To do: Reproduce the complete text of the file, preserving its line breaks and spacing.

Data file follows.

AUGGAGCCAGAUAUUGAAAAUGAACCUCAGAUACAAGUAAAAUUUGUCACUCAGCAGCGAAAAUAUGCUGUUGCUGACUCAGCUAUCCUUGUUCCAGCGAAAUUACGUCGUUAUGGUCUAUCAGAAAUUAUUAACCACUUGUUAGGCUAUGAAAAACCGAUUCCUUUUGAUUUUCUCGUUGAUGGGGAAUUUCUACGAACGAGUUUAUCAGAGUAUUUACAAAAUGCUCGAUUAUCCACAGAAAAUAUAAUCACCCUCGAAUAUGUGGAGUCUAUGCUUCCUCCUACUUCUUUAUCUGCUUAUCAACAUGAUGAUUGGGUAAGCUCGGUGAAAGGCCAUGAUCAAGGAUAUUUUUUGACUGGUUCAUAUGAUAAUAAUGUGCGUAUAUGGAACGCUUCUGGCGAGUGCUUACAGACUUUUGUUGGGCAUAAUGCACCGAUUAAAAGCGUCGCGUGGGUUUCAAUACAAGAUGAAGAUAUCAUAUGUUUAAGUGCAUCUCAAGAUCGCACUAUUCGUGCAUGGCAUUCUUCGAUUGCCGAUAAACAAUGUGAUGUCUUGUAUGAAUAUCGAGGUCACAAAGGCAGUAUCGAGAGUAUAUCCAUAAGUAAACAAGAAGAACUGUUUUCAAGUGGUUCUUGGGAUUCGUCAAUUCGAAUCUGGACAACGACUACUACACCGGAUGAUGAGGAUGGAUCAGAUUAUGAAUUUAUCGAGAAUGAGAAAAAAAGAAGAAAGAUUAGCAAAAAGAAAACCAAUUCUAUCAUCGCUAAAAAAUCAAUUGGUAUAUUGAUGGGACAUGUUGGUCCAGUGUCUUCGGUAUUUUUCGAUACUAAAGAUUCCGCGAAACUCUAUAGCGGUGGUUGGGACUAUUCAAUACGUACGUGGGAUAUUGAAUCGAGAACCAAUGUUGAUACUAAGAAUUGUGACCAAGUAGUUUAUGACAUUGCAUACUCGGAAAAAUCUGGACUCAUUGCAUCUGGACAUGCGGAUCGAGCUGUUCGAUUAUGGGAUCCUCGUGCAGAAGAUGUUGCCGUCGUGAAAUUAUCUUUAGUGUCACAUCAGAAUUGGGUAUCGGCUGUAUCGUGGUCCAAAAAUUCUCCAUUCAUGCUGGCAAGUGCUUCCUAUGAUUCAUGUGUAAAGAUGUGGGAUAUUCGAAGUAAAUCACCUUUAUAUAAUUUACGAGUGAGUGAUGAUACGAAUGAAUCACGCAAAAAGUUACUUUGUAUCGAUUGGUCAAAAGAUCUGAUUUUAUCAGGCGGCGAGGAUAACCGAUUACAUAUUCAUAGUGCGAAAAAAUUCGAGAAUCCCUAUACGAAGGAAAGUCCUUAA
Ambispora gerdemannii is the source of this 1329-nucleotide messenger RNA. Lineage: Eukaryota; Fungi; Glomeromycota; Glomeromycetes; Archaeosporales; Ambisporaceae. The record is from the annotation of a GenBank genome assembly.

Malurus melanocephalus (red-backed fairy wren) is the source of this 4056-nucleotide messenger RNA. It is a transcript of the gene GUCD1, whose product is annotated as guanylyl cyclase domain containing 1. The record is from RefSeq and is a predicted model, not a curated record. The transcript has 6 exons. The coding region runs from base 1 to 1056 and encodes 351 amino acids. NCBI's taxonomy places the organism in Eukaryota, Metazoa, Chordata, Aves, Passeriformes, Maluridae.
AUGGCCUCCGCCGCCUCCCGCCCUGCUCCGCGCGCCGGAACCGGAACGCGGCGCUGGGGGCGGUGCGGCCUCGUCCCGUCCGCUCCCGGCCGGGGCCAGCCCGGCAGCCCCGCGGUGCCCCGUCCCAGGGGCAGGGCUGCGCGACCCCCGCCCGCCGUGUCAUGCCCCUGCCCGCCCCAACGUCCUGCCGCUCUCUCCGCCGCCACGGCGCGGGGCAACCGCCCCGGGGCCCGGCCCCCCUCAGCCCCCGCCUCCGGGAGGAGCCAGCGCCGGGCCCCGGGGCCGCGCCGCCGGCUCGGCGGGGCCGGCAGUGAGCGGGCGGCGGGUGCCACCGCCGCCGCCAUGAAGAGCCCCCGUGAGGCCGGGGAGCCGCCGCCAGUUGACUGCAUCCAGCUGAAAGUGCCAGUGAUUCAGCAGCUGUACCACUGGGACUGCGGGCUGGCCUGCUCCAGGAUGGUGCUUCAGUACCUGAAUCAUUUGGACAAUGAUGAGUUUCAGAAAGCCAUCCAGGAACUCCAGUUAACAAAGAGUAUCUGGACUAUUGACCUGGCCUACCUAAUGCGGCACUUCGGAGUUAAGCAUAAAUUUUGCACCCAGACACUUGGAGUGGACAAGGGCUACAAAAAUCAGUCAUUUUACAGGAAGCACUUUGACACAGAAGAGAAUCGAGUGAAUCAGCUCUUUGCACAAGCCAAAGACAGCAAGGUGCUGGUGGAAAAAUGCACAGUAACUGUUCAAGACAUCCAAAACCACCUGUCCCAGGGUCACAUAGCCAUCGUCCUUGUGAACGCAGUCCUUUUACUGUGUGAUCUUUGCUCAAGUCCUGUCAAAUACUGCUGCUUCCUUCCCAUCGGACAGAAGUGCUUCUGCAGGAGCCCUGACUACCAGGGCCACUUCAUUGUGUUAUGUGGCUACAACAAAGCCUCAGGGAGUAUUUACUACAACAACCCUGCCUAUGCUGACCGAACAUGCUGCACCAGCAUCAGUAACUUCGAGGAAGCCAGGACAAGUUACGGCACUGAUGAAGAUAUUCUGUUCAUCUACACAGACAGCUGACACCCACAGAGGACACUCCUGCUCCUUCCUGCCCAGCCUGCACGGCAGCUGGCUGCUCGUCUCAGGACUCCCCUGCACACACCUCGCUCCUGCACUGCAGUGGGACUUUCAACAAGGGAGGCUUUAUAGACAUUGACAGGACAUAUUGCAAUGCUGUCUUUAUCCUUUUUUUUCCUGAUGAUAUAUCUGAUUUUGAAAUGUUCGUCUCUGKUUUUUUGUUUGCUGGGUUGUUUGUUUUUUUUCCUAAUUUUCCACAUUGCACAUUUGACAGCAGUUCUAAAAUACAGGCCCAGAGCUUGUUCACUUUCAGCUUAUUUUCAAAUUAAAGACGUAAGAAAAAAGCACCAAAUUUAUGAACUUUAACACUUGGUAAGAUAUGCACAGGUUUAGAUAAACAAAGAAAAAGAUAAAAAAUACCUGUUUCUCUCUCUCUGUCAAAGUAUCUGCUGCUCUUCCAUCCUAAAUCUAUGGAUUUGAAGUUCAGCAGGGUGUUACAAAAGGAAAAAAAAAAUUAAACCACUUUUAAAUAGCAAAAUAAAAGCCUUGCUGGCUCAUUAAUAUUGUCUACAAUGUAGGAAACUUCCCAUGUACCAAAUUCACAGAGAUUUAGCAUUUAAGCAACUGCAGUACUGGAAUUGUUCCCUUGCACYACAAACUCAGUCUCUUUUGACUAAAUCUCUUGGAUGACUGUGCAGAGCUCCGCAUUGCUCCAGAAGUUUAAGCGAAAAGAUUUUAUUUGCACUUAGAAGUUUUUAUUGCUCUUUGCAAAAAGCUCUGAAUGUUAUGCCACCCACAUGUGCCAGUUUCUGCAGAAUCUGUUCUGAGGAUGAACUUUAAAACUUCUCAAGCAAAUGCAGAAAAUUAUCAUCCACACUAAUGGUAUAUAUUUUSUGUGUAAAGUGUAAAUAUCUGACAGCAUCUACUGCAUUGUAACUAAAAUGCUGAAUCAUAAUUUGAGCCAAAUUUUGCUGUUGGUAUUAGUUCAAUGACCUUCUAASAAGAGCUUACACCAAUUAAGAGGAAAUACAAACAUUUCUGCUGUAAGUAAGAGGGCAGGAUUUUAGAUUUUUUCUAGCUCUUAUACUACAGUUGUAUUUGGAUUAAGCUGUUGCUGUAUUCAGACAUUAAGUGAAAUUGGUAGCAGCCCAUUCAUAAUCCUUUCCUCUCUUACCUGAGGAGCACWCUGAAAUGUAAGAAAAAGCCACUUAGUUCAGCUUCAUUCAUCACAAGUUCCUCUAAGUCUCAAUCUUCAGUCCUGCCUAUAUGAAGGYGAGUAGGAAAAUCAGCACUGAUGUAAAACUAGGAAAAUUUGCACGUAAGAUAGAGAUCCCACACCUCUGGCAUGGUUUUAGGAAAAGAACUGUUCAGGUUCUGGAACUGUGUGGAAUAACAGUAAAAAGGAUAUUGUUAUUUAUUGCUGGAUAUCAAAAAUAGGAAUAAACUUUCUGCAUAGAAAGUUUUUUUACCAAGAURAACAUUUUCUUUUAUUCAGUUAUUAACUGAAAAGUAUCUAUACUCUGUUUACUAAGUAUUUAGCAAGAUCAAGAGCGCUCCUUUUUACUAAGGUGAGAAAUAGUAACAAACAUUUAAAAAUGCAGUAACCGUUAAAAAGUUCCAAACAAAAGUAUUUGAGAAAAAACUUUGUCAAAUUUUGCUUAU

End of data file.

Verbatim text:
AUGGAGCCAGAUAUUGAAAAUGAACCUCAGAUACAAGUAAAAUUUGUCACUCAGCAGCGAAAAUAUGCUGUUGCUGACUCAGCUAUCCUUGUUCCAGCGAAAUUACGUCGUUAUGGUCUAUCAGAAAUUAUUAACCACUUGUUAGGCUAUGAAAAACCGAUUCCUUUUGAUUUUCUCGUUGAUGGGGAAUUUCUACGAACGAGUUUAUCAGAGUAUUUACAAAAUGCUCGAUUAUCCACAGAAAAUAUAAUCACCCUCGAAUAUGUGGAGUCUAUGCUUCCUCCUACUUCUUUAUCUGCUUAUCAACAUGAUGAUUGGGUAAGCUCGGUGAAAGGCCAUGAUCAAGGAUAUUUUUUGACUGGUUCAUAUGAUAAUAAUGUGCGUAUAUGGAACGCUUCUGGCGAGUGCUUACAGACUUUUGUUGGGCAUAAUGCACCGAUUAAAAGCGUCGCGUGGGUUUCAAUACAAGAUGAAGAUAUCAUAUGUUUAAGUGCAUCUCAAGAUCGCACUAUUCGUGCAUGGCAUUCUUCGAUUGCCGAUAAACAAUGUGAUGUCUUGUAUGAAUAUCGAGGUCACAAAGGCAGUAUCGAGAGUAUAUCCAUAAGUAAACAAGAAGAACUGUUUUCAAGUGGUUCUUGGGAUUCGUCAAUUCGAAUCUGGACAACGACUACUACACCGGAUGAUGAGGAUGGAUCAGAUUAUGAAUUUAUCGAGAAUGAGAAAAAAAGAAGAAAGAUUAGCAAAAAGAAAACCAAUUCUAUCAUCGCUAAAAAAUCAAUUGGUAUAUUGAUGGGACAUGUUGGUCCAGUGUCUUCGGUAUUUUUCGAUACUAAAGAUUCCGCGAAACUCUAUAGCGGUGGUUGGGACUAUUCAAUACGUACGUGGGAUAUUGAAUCGAGAACCAAUGUUGAUACUAAGAAUUGUGACCAAGUAGUUUAUGACAUUGCAUACUCGGAAAAAUCUGGACUCAUUGCAUCUGGACAUGCGGAUCGAGCUGUUCGAUUAUGGGAUCCUCGUGCAGAAGAUGUUGCCGUCGUGAAAUUAUCUUUAGUGUCACAUCAGAAUUGGGUAUCGGCUGUAUCGUGGUCCAAAAAUUCUCCAUUCAUGCUGGCAAGUGCUUCCUAUGAUUCAUGUGUAAAGAUGUGGGAUAUUCGAAGUAAAUCACCUUUAUAUAAUUUACGAGUGAGUGAUGAUACGAAUGAAUCACGCAAAAAGUUACUUUGUAUCGAUUGGUCAAAAGAUCUGAUUUUAUCAGGCGGCGAGGAUAACCGAUUACAUAUUCAUAGUGCGAAAAAAUUCGAGAAUCCCUAUACGAAGGAAAGUCCUUAA
Ambispora gerdemannii is the source of this 1329-nucleotide messenger RNA. Lineage: Eukaryota; Fungi; Glomeromycota; Glomeromycetes; Archaeosporales; Ambisporaceae. The record is from the annotation of a GenBank genome assembly.

Malurus melanocephalus (red-backed fairy wren) is the source of this 4056-nucleotide messenger RNA. It is a transcript of the gene GUCD1, whose product is annotated as guanylyl cyclase domain containing 1. The record is from RefSeq and is a predicted model, not a curated record. The transcript has 6 exons. The coding region runs from base 1 to 1056 and encodes 351 amino acids. NCBI's taxonomy places the organism in Eukaryota, Metazoa, Chordata, Aves, Passeriformes, Maluridae.
AUGGCCUCCGCCGCCUCCCGCCCUGCUCCGCGCGCCGGAACCGGAACGCGGCGCUGGGGGCGGUGCGGCCUCGUCCCGUCCGCUCCCGGCCGGGGCCAGCCCGGCAGCCCCGCGGUGCCCCGUCCCAGGGGCAGGGCUGCGCGACCCCCGCCCGCCGUGUCAUGCCCCUGCCCGCCCCAACGUCCUGCCGCUCUCUCCGCCGCCACGGCGCGGGGCAACCGCCCCGGGGCCCGGCCCCCCUCAGCCCCCGCCUCCGGGAGGAGCCAGCGCCGGGCCCCGGGGCCGCGCCGCCGGCUCGGCGGGGCCGGCAGUGAGCGGGCGGCGGGUGCCACCGCCGCCGCCAUGAAGAGCCCCCGUGAGGCCGGGGAGCCGCCGCCAGUUGACUGCAUCCAGCUGAAAGUGCCAGUGAUUCAGCAGCUGUACCACUGGGACUGCGGGCUGGCCUGCUCCAGGAUGGUGCUUCAGUACCUGAAUCAUUUGGACAAUGAUGAGUUUCAGAAAGCCAUCCAGGAACUCCAGUUAACAAAGAGUAUCUGGACUAUUGACCUGGCCUACCUAAUGCGGCACUUCGGAGUUAAGCAUAAAUUUUGCACCCAGACACUUGGAGUGGACAAGGGCUACAAAAAUCAGUCAUUUUACAGGAAGCACUUUGACACAGAAGAGAAUCGAGUGAAUCAGCUCUUUGCACAAGCCAAAGACAGCAAGGUGCUGGUGGAAAAAUGCACAGUAACUGUUCAAGACAUCCAAAACCACCUGUCCCAGGGUCACAUAGCCAUCGUCCUUGUGAACGCAGUCCUUUUACUGUGUGAUCUUUGCUCAAGUCCUGUCAAAUACUGCUGCUUCCUUCCCAUCGGACAGAAGUGCUUCUGCAGGAGCCCUGACUACCAGGGCCACUUCAUUGUGUUAUGUGGCUACAACAAAGCCUCAGGGAGUAUUUACUACAACAACCCUGCCUAUGCUGACCGAACAUGCUGCACCAGCAUCAGUAACUUCGAGGAAGCCAGGACAAGUUACGGCACUGAUGAAGAUAUUCUGUUCAUCUACACAGACAGCUGACACCCACAGAGGACACUCCUGCUCCUUCCUGCCCAGCCUGCACGGCAGCUGGCUGCUCGUCUCAGGACUCCCCUGCACACACCUCGCUCCUGCACUGCAGUGGGACUUUCAACAAGGGAGGCUUUAUAGACAUUGACAGGACAUAUUGCAAUGCUGUCUUUAUCCUUUUUUUUCCUGAUGAUAUAUCUGAUUUUGAAAUGUUCGUCUCUGKUUUUUUGUUUGCUGGGUUGUUUGUUUUUUUUCCUAAUUUUCCACAUUGCACAUUUGACAGCAGUUCUAAAAUACAGGCCCAGAGCUUGUUCACUUUCAGCUUAUUUUCAAAUUAAAGACGUAAGAAAAAAGCACCAAAUUUAUGAACUUUAACACUUGGUAAGAUAUGCACAGGUUUAGAUAAACAAAGAAAAAGAUAAAAAAUACCUGUUUCUCUCUCUCUGUCAAAGUAUCUGCUGCUCUUCCAUCCUAAAUCUAUGGAUUUGAAGUUCAGCAGGGUGUUACAAAAGGAAAAAAAAAAUUAAACCACUUUUAAAUAGCAAAAUAAAAGCCUUGCUGGCUCAUUAAUAUUGUCUACAAUGUAGGAAACUUCCCAUGUACCAAAUUCACAGAGAUUUAGCAUUUAAGCAACUGCAGUACUGGAAUUGUUCCCUUGCACYACAAACUCAGUCUCUUUUGACUAAAUCUCUUGGAUGACUGUGCAGAGCUCCGCAUUGCUCCAGAAGUUUAAGCGAAAAGAUUUUAUUUGCACUUAGAAGUUUUUAUUGCUCUUUGCAAAAAGCUCUGAAUGUUAUGCCACCCACAUGUGCCAGUUUCUGCAGAAUCUGUUCUGAGGAUGAACUUUAAAACUUCUCAAGCAAAUGCAGAAAAUUAUCAUCCACACUAAUGGUAUAUAUUUUSUGUGUAAAGUGUAAAUAUCUGACAGCAUCUACUGCAUUGUAACUAAAAUGCUGAAUCAUAAUUUGAGCCAAAUUUUGCUGUUGGUAUUAGUUCAAUGACCUUCUAASAAGAGCUUACACCAAUUAAGAGGAAAUACAAACAUUUCUGCUGUAAGUAAGAGGGCAGGAUUUUAGAUUUUUUCUAGCUCUUAUACUACAGUUGUAUUUGGAUUAAGCUGUUGCUGUAUUCAGACAUUAAGUGAAAUUGGUAGCAGCCCAUUCAUAAUCCUUUCCUCUCUUACCUGAGGAGCACWCUGAAAUGUAAGAAAAAGCCACUUAGUUCAGCUUCAUUCAUCACAAGUUCCUCUAAGUCUCAAUCUUCAGUCCUGCCUAUAUGAAGGYGAGUAGGAAAAUCAGCACUGAUGUAAAACUAGGAAAAUUUGCACGUAAGAUAGAGAUCCCACACCUCUGGCAUGGUUUUAGGAAAAGAACUGUUCAGGUUCUGGAACUGUGUGGAAUAACAGUAAAAAGGAUAUUGUUAUUUAUUGCUGGAUAUCAAAAAUAGGAAUAAACUUUCUGCAUAGAAAGUUUUUUUACCAAGAURAACAUUUUCUUUUAUUCAGUUAUUAACUGAAAAGUAUCUAUACUCUGUUUACUAAGUAUUUAGCAAGAUCAAGAGCGCUCCUUUUUACUAAGGUGAGAAAUAGUAACAAACAUUUAAAAAUGCAGUAACCGUUAAAAAGUUCCAAACAAAAGUAUUUGAGAAAAAACUUUGUCAAAUUUUGCUUAU